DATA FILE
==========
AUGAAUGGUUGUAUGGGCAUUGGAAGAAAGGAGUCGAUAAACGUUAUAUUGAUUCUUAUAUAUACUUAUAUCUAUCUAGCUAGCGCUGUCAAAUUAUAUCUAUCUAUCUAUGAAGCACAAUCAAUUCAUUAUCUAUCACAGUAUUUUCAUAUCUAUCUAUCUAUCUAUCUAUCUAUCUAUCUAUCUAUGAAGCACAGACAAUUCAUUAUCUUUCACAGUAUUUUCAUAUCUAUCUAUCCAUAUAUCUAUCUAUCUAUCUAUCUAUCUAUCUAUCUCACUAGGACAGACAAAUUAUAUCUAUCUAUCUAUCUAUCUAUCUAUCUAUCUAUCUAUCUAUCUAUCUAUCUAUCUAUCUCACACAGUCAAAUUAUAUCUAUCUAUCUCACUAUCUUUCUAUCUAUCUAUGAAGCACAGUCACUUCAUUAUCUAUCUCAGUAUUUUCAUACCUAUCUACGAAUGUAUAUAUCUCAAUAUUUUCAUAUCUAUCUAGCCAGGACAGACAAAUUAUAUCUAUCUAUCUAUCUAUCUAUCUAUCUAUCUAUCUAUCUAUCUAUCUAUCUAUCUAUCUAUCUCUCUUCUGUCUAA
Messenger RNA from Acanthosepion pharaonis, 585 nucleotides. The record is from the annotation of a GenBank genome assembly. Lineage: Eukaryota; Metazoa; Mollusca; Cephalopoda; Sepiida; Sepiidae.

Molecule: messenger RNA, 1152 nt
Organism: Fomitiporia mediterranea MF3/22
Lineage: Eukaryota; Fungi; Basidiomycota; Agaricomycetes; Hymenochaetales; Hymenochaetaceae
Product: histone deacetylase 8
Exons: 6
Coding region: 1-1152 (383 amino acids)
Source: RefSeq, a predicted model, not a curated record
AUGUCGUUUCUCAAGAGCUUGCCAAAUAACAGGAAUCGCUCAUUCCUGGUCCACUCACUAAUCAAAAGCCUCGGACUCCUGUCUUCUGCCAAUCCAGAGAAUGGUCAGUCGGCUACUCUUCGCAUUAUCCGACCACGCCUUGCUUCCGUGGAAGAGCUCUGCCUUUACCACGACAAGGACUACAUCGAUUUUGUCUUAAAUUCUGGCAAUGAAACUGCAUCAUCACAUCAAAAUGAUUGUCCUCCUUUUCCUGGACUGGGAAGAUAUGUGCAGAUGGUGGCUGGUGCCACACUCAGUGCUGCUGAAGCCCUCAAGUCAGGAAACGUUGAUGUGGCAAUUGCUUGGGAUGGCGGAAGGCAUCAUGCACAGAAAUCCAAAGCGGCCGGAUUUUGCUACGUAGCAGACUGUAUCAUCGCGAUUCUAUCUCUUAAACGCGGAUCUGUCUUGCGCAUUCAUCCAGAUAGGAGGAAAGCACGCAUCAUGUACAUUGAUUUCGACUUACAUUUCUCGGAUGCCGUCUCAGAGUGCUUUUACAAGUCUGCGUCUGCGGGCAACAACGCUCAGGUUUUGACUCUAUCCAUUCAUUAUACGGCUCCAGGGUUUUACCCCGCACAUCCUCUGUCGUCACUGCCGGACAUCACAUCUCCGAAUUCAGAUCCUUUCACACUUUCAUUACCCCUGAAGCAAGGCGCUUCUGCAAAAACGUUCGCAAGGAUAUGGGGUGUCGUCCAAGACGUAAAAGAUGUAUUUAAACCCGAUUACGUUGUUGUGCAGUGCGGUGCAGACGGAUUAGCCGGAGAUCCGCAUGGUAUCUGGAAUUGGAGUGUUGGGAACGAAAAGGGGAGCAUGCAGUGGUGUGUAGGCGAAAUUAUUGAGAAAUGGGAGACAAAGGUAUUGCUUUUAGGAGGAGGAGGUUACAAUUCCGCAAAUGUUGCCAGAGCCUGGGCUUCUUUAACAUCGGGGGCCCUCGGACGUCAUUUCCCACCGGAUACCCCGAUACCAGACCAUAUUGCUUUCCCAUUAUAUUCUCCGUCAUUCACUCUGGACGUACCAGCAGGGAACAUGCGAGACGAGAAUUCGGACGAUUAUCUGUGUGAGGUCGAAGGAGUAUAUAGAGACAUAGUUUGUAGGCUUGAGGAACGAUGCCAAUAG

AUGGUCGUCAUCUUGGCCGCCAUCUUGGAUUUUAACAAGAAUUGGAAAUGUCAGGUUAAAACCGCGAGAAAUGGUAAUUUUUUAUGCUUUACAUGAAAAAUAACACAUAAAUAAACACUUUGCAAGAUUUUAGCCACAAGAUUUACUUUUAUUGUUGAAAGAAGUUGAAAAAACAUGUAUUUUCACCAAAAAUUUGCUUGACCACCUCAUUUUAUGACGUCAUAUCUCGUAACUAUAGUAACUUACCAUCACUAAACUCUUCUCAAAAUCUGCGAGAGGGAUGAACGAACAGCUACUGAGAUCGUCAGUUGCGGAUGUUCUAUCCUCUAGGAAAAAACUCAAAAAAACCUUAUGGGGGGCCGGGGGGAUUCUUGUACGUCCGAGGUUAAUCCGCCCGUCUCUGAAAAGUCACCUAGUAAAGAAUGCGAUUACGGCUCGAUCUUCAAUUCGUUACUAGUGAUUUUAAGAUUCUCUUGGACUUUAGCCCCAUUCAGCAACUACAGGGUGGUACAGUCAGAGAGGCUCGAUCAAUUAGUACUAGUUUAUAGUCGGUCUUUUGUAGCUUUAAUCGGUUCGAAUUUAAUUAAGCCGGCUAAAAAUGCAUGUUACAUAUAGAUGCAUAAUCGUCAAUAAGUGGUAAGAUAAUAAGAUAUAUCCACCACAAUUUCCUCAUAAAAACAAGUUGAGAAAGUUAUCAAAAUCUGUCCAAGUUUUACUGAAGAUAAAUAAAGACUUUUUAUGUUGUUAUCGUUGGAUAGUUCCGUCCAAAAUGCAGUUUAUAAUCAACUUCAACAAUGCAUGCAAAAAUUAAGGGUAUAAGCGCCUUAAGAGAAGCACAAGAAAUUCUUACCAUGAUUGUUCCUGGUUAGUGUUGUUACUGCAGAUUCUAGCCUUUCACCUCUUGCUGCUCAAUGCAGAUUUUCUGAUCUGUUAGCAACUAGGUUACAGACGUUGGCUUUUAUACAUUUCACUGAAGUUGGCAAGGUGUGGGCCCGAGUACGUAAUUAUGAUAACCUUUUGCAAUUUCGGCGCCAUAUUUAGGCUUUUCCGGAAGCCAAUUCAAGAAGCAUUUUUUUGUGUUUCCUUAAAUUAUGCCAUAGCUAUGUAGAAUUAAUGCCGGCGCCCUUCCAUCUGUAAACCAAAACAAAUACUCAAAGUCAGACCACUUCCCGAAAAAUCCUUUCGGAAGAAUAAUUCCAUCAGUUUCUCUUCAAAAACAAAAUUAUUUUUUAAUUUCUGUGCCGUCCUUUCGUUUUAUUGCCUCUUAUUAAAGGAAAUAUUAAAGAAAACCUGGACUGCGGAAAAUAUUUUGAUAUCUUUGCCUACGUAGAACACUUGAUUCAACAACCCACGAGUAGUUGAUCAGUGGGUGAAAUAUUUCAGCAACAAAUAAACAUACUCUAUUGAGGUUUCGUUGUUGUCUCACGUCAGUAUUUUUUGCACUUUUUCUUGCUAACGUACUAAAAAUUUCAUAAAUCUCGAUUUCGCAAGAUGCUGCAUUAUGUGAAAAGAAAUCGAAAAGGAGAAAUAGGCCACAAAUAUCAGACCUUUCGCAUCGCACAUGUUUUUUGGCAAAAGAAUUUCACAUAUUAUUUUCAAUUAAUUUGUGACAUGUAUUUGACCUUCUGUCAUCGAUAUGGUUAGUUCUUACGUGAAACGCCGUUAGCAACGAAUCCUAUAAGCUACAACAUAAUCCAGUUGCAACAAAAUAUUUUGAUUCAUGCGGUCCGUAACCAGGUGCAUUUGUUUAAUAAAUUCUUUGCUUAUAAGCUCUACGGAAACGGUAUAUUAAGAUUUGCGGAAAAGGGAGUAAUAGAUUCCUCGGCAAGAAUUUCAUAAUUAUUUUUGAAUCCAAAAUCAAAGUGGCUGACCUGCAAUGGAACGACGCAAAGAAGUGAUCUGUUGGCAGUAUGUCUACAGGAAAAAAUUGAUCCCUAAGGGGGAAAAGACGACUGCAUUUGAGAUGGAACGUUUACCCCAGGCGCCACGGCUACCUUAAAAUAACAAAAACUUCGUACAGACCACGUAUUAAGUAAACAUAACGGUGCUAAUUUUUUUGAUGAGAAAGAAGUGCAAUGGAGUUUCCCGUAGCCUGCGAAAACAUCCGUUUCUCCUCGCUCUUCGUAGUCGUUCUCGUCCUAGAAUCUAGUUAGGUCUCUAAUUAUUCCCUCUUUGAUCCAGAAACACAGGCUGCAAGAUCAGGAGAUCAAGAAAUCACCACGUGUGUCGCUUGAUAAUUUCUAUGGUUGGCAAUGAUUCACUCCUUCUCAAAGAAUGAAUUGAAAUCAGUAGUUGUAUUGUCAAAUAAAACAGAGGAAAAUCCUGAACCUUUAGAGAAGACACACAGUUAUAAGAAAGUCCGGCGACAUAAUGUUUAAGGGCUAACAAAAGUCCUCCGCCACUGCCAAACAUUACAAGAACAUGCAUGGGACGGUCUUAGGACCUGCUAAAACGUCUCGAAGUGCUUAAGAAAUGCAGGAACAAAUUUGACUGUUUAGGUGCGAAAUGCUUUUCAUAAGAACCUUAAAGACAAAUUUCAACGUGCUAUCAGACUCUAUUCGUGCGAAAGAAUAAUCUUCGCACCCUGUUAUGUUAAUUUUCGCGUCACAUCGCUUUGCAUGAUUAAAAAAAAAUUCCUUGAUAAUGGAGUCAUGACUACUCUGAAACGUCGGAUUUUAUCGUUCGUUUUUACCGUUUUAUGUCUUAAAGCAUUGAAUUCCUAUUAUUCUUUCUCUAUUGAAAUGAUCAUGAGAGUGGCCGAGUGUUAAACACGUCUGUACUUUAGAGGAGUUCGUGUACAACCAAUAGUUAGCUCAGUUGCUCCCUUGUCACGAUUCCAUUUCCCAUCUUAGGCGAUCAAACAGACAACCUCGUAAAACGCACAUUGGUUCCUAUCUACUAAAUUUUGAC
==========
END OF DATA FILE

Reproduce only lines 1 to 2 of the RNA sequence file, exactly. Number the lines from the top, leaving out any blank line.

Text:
AUGAAUGGUUGUAUGGGCAUUGGAAGAAAGGAGUCGAUAAACGUUAUAUUGAUUCUUAUAUAUACUUAUAUCUAUCUAGCUAGCGCUGUCAAAUUAUAUCUAUCUAUCUAUGAAGCACAAUCAAUUCAUUAUCUAUCACAGUAUUUUCAUAUCUAUCUAUCUAUCUAUCUAUCUAUCUAUCUAUCUAUGAAGCACAGACAAUUCAUUAUCUUUCACAGUAUUUUCAUAUCUAUCUAUCCAUAUAUCUAUCUAUCUAUCUAUCUAUCUAUCUAUCUCACUAGGACAGACAAAUUAUAUCUAUCUAUCUAUCUAUCUAUCUAUCUAUCUAUCUAUCUAUCUAUCUAUCUAUCUAUCUCACACAGUCAAAUUAUAUCUAUCUAUCUCACUAUCUUUCUAUCUAUCUAUGAAGCACAGUCACUUCAUUAUCUAUCUCAGUAUUUUCAUACCUAUCUACGAAUGUAUAUAUCUCAAUAUUUUCAUAUCUAUCUAGCCAGGACAGACAAAUUAUAUCUAUCUAUCUAUCUAUCUAUCUAUCUAUCUAUCUAUCUAUCUAUCUAUCUAUCUAUCUAUCUCUCUUCUGUCUAA
Messenger RNA from Acanthosepion pharaonis, 585 nucleotides. The record is from the annotation of a GenBank genome assembly. Lineage: Eukaryota; Metazoa; Mollusca; Cephalopoda; Sepiida; Sepiidae.